EU referendum: Lords defeat Labour bid for votes at 16
The government has seen off a fresh bid by Labour peers to lower the voting age to 16 in the planned referendum on the UK's membership of the EU.
The House of Lords voted to reject an amendment challenging government figures on the cost of registering younger voters, by 263 votes to 246.
The government overturned a previous change to the EU Referendum Bill on the voting age, saying it would cost £6m.
Its victory marks the end of the parliamentary row over the legislation.
David Cameron welcomed the news in a tweet, saying: "A key manifesto commitment delivered as the EU Referendum Bill clears Parliament. Voters will have an in/out choice before the end of 2017."
Last week, peers amended the EU Referendum Bill, which paves the way for the in-out referendum before the end of 2017, in order to lower the voting age.
But a Commons vote overturned the move by 303 votes to 253.
The government invoked financial privilege rules, estimating the changes would cost £6m to implement, which can be used by the Commons "as grounds for overruling any House of Lords proposal that has cost implications".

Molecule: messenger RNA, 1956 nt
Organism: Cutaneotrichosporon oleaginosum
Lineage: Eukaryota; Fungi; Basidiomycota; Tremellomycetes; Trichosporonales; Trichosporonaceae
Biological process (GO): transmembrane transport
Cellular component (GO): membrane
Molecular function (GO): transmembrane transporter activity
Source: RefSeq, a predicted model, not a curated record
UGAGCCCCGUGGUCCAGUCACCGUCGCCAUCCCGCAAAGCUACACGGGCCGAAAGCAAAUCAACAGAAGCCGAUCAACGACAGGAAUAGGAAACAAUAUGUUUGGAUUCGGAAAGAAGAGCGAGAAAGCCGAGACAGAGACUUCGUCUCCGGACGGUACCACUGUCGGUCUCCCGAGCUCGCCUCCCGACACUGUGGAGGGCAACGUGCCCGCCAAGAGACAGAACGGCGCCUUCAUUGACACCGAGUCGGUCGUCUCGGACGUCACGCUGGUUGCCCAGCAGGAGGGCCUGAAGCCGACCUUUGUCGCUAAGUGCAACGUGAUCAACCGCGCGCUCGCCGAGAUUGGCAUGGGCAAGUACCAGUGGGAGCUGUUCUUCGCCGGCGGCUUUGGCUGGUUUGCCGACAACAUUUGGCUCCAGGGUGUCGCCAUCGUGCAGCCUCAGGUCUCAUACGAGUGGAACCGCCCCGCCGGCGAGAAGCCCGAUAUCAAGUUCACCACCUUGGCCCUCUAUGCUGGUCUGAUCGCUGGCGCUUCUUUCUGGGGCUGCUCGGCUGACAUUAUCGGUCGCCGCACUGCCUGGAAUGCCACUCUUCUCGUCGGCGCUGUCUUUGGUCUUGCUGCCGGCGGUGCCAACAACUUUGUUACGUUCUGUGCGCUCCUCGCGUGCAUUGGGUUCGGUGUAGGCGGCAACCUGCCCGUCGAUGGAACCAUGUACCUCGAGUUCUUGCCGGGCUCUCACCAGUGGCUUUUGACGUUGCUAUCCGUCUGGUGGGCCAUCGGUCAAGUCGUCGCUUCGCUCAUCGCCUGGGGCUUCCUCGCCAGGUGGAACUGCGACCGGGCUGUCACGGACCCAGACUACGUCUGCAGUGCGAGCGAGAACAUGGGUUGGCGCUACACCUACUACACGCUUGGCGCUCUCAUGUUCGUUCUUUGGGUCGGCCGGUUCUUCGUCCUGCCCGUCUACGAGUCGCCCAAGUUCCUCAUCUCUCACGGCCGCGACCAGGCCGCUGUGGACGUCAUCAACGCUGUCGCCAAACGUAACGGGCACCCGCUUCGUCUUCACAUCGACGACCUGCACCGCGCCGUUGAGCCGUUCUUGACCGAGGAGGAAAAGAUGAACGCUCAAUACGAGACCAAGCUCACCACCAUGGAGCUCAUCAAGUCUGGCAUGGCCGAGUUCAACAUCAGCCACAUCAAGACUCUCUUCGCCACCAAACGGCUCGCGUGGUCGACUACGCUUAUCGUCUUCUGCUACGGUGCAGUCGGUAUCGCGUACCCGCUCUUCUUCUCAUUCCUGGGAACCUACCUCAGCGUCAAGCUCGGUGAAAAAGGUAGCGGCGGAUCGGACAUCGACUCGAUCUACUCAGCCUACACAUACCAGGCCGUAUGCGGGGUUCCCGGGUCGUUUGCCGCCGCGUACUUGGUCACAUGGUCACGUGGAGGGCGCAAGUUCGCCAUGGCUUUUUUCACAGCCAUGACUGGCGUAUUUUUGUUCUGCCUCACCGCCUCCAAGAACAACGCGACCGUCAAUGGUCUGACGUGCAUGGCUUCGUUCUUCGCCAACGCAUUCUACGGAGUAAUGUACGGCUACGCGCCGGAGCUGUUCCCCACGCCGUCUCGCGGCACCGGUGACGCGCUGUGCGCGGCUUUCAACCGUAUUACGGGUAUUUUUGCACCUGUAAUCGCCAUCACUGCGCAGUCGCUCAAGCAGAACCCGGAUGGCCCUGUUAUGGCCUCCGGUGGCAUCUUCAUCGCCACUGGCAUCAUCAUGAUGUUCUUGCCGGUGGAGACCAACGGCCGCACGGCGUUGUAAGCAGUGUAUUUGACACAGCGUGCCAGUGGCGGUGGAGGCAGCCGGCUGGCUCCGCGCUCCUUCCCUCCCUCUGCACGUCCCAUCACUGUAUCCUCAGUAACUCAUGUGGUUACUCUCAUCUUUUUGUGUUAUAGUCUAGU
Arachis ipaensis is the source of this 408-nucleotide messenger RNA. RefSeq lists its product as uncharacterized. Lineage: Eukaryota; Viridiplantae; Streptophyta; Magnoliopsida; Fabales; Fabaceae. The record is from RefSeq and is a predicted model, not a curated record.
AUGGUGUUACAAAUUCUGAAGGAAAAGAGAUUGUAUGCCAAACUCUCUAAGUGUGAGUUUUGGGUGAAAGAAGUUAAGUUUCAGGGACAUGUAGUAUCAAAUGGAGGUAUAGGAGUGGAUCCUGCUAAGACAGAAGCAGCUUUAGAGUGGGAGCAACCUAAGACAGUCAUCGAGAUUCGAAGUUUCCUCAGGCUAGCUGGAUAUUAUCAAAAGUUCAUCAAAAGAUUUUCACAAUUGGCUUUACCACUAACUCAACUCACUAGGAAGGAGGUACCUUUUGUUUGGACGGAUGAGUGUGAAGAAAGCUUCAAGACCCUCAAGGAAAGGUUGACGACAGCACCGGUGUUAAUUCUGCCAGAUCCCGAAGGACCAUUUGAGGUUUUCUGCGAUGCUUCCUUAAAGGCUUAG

The government has also said it would be wrong to change the "tried and tested" election franchise for a single poll.
But Labour, the SNP and Lib Dems all favoured allowing 16 and 17-year-olds - who were allowed to take part in last year's referendum on Scottish independence - to vote on whether to remain in the EU.
Urging the Lords not to challenge the Commons again, in Monday's vote, Justice Minister Lord Faulks warned that to lower the voting age might be seen as an attempt to "engineer" the result of the poll.
"That perception would damage the public's confidence in the result of the vote," he said.
He added: "We don't believe it is appropriate to lower the voting age to 16. And even if it were, this bill wouldn't be the place to make such a change."
However, Labour's spokeswoman in the Lords, Baroness Morgan of Ely, said the vote would be a "once-in-a-generation opportunity" and young people should be allowed a say on the country's future relationship with the EU.
She also disputed the estimated cost of extending the franchise, saying savings could be made, and she challenged the criteria used to invoke financial privilege.
However, a majority of peers sided with the government in the vote, defeating Labour's proposal by a majority of 17.